I also believed that my very name existed as a physical entity unto itself, and imagined it lurking unseen in my house. I resolved to find it, but never explained my perspective to anyone. I drove my parents to despair by endlessly asking them “Where’s [Callinectes]?” “You’re [Callinectes]! That’s you! Please, son…” Of course, I knew that, but I never expressed my frustration that they did not understand the true intent of my question.

  4. Mano Singham says


    That is pretty amazing, especially that you can recall it so well. I do not have such clear memories of what I believed as a very young child

  5. blf says

    Broadly following-up @5, one of my teachers knew that some rockets (such as (from memory) the Saturn V) burned H and O, and carried twice as much H as O. He insisted this was because half the H was combined with the O in the burning, and the other half of the H was for the exhaust to “push against” to propel the rocket.

    At the time I knew that was wrong but had difficulty in articulating why. My memory now is all(?) the other students though I was talking nonsense and thus the teacher was correct. Whilst I might have been somewhat nonsensical (I don’t recall any of my arguments other than pointing out H and O burn to form water, which is H2O, and thus twice as much H is needed as O), I do recall also being infuriated at the “I’m inarticulate so the teacher is correct” line-of-“reasoning”.

  6. Owlmirror says

    I note that one of the references to the paper is Bruce Hood’s Supersense, which I am working my way through now. Speaking of outmoded theories, he writes about the common belief, among adults, that people can sense when someone is staring at them. Hood points out that this appears to be based on the emission theory of vision, and while children often have this idea about how vision works, a surprising number of adults retain this idea even after being taught about photons and how vision works according to science.

    Hood has lots of interesting examples of children’s theories of mind. For example, children who like a toy would not mind having it “duplicated” (the duplicator is a trick, of course), but children who have a toy that they need for security, like a blanket or stuffed animal they drag around everywhere, and always sleep with, reject having it duplicated, or would reject a putative duplicate as not actually being the same (that is, the original has an unduplicable essence).

  7. robert79 says

    ‘I was reminded of an earlier study that found that preschoolers thought that clothes generate heat. When looked at closely, this belief seemed to arise from adults telling children things like “Wear your warm jacket because it is cold outside”.’

    Not only pre-schoolers!

    One of my first teaching experiences was teaching physics to 13/14 year olds. After teaching a lesson about energy, temperature, heat, heat capacity, heat conductivity, etc… I asked my class the following question:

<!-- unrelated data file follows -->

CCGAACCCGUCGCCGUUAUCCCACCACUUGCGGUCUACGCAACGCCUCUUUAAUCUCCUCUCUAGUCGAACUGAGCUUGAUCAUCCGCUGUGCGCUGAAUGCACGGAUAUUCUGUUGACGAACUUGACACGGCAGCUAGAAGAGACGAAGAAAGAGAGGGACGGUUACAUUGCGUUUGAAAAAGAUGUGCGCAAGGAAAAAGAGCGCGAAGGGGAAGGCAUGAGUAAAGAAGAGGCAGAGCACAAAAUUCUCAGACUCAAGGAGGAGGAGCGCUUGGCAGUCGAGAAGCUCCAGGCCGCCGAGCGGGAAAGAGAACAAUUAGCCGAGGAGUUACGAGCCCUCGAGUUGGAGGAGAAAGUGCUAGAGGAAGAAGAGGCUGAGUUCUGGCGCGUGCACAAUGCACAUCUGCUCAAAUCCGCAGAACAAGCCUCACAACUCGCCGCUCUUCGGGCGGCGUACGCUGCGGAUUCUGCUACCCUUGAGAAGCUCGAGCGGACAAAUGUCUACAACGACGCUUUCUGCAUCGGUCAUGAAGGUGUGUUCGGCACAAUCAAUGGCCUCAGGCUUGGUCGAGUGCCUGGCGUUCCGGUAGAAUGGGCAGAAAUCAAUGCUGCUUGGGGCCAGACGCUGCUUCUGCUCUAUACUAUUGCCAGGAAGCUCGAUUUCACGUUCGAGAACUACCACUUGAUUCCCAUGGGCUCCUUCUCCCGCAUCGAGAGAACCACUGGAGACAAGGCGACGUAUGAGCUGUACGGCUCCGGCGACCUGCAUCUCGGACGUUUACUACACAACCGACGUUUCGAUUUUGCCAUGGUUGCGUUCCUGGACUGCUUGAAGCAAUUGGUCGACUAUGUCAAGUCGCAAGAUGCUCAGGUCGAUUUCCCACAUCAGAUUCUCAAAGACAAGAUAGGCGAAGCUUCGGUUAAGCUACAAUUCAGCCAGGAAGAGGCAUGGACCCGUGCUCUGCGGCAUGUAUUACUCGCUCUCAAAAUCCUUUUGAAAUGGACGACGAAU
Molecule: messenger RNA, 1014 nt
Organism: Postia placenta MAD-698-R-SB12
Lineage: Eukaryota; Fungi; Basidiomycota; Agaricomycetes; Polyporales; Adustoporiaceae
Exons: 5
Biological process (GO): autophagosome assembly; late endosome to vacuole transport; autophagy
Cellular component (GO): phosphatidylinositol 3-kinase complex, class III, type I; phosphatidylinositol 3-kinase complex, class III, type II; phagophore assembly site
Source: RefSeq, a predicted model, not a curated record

Which will melt faster, a snowman wearing a thick wool sweater or a “naked” snowman?

    To my great surprise (and frustration!) nearly the entire class answered that the snowman in a sweater would melt faster because the sweater made him warmer.

    As for misconceptions as a pre-schooler, I remember thinking at some point that pedestrian crossings worked the following way: “if all the people step on the white stripes, and all the cars drive with their wheels over the black stripes, then it’s impossible for them to collide and so everyone is safe.”

    I remember being shocked at some point, seeing a car cross a pedestrian crossing with its tires touching the white stripes (I had been faithfully jumping over the black stripes all this time!) Until, after some thought, I realised there were always going to be white stripes between the car wheels and so my reasoning must be wrong!

  8. Holms says

    I used to loathe hospitals and doctors, they were such scary places to my young mind with all their seriousness and urgency and dying people. That dislike of hospitals went on to give me a strong aversion to going to doctors with an illness because going to a doctor was seen to be the starting point of going to hospital, i.e. reporting an illness to a doctor was what made it serious.

    I’m glad I never had anything life threatening as a child, my aversion to reporting it would have killed me!

  9. Mano Singham says


    The snowman question is a very interesting one. Although the reason given by the students (that the sweater made him warmer) is clearly wrong, the correct answer and reasoning used to arrive at it requires some thought.

    This is a good example of people using level 1 thinking (quick and intuitive), rather than level 2 thinking (slow and analytical, looking at many possibilities). Getting students in the habit of using level 2 thinking is the real teaching challenge.

  10. Owlmirror says

    Wouldn’t the snowman wearing the sweater melt faster if the wool was a dark color, and this was happening when it was sunny? The sweaterless snowman would reflect the sunlight more.

  11. alanuk says

    Owlmirror #11 raises an interesting point -- people just do not understand heat transfer. My next blog post will be on ‘Newton’s Law of Cooling’ and the error made in my Physics A-level practical paper of 53 years ago.

    On the subject of heat transfer by radiation, the common mistake is to assume that, if a item appears white, it will be a poor emitter/absorber of IR radiation even though the wavelengths involved are very far removed from the visible spectrum. I will make this my next but one post: